Reflecting on Susan Fowler’s Reflections
Aimee Lucido

OK guys, time to listen to ourselves. I can’t count the times I’ve been among a bunch of males in the workplace when someone made a lustful comment about a female coworker.

The social/peer pressure is to laugh along, and those made uncomfortable by it will change the subject.

When I was a sailor in the US Navy, I’d often start such comments. When in college I began to feel uncomfortable, perhaps due to my being a 24 year old freshman surrounded by 18 year olds. When I entered the workforce, I finally decided I’d had enough of that crap. But the genesis of my intolerance started back in college.

I had the privilege to be employed by the university as an assistant to support the undergraduate physics lab classes. Many students struggled, this being the first hands-on lab experience for most of them. Most needed only a gently leading Socratic dialog to get on-track.

But some clearly lacked familiarity with the underlying concepts: The physics wasn’t making sense to them, largely because they hadn’t had many, if any, STEM classes in high school.

This group was overwhelmingly female. Many were taking physics as part of a broad-based set of general ed. requirements on their path to a liberal arts degree. Others were taking physics because of parents who insisted they get a degree that was “worth something” in the job market.

Our school was highly ranked and extremely competitive: Failing freshman physics is a thing that Must Not Happen. These students weren’t just confused by the material: They were scared silly by the possibility of failing both the main physics class and a lowly lab class. Welcome to the hazards of the freshman year.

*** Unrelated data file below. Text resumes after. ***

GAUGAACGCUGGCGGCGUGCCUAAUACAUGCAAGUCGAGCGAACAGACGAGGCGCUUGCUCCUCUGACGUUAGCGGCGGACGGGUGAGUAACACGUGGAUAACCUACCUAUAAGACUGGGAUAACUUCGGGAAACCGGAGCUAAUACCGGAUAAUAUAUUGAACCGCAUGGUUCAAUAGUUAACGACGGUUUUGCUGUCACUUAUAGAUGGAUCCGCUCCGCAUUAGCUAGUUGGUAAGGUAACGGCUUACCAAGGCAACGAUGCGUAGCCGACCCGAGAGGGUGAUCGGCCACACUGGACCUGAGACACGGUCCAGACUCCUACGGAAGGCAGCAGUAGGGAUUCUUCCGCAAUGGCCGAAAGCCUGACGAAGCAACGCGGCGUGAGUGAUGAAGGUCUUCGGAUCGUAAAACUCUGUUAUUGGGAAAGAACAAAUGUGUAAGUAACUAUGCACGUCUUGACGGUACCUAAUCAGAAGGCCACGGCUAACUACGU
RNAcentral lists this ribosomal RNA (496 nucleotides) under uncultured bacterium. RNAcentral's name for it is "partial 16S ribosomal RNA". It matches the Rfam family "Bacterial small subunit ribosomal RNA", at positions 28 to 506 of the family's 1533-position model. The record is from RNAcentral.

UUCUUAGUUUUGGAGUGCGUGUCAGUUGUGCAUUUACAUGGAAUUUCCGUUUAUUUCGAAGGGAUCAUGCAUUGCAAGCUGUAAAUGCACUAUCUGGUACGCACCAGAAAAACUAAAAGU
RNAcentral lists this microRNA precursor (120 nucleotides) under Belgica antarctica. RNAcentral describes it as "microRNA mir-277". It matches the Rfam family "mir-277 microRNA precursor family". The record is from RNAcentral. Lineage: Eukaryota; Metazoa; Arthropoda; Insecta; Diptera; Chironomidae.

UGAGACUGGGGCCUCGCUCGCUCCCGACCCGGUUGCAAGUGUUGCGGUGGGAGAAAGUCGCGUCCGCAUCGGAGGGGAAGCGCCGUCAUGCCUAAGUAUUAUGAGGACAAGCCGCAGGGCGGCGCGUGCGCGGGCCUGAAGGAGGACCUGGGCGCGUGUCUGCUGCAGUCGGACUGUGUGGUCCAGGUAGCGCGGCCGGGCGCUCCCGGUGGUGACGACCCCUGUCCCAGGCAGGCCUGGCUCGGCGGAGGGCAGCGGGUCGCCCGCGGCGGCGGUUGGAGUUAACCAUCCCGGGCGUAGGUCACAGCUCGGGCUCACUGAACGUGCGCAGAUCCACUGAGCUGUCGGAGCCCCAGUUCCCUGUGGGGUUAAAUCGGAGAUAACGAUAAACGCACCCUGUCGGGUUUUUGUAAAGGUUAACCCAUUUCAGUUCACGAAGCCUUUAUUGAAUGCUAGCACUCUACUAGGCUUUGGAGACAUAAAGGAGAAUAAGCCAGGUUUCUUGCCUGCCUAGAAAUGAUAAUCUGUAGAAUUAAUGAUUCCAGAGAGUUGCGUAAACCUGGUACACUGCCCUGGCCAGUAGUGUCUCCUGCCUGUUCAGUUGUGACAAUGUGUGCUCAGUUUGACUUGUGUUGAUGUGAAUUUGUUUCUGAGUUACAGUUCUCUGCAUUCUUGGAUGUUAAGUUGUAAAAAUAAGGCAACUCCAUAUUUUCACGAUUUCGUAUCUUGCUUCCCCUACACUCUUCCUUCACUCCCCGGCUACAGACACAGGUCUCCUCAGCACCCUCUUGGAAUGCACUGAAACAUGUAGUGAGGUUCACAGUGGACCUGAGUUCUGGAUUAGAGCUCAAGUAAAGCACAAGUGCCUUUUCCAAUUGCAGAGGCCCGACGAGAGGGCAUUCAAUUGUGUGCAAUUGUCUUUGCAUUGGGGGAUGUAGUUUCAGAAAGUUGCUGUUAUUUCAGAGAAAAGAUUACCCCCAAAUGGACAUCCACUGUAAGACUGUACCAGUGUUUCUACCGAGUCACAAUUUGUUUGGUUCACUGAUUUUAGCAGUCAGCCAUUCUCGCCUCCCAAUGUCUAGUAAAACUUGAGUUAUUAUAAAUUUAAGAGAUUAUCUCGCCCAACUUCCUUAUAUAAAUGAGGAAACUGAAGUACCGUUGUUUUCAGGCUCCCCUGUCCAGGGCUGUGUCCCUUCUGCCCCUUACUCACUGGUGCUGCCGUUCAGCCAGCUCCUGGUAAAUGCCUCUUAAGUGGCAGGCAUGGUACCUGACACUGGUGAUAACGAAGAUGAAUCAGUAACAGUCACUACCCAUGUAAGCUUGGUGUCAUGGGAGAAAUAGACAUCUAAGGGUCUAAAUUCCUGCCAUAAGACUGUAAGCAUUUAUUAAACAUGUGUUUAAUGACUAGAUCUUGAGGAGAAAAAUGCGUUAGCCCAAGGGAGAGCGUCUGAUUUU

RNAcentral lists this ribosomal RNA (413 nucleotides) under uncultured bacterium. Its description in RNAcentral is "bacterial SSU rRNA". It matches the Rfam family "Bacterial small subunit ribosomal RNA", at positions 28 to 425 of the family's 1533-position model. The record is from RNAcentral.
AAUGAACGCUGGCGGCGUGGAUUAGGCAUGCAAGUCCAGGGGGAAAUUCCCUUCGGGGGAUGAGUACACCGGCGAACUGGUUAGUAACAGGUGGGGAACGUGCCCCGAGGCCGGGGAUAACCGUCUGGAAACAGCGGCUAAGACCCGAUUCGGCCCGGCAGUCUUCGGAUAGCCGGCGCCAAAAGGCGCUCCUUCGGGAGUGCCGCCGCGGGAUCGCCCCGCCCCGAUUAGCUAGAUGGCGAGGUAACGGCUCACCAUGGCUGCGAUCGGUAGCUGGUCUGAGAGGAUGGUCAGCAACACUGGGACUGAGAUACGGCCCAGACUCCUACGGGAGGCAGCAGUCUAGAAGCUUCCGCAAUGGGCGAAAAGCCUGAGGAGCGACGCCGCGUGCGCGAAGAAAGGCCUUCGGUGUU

Of all the lab assistants, I was the one this group turned to most for tutoring. I was a horny 24 year old ex-sailor surrounded by young women who needed help.

I immediately realized this was going to be a problem for me. As an employee of the university, it was important that it not become a problem for anyone else!

Fortunately, our school had an office staffed by experienced educators and psychologists whose main task was to help new professors and grad students become effective instructors and TAs. I walked in and was given a ton of support, primarily to help me focus in the presence of distractions, and secondarily to monitor my own state and better control my speech and actions.

Once I got going, I had great results. Every one of my students passed both the physics main class and the lab with at least a C, though most earned higher grades. Several found a true love for physics, but most simply realized they could cope with it.

My most memorable student, pressured to get a “useful” degree, aced both classes then told her parents she was changing her major to acting (our school had a great MFA program in addition to world-class engineering and science programs). Then, after obtaining her parent’s reluctant blessing to switch to acting, she added an astrophysics minor. After finishing her MFA (a 5-year program at our school), she then pursued a cosmology PhD and an academic career, though she also has maintained a very active acting career in local theater.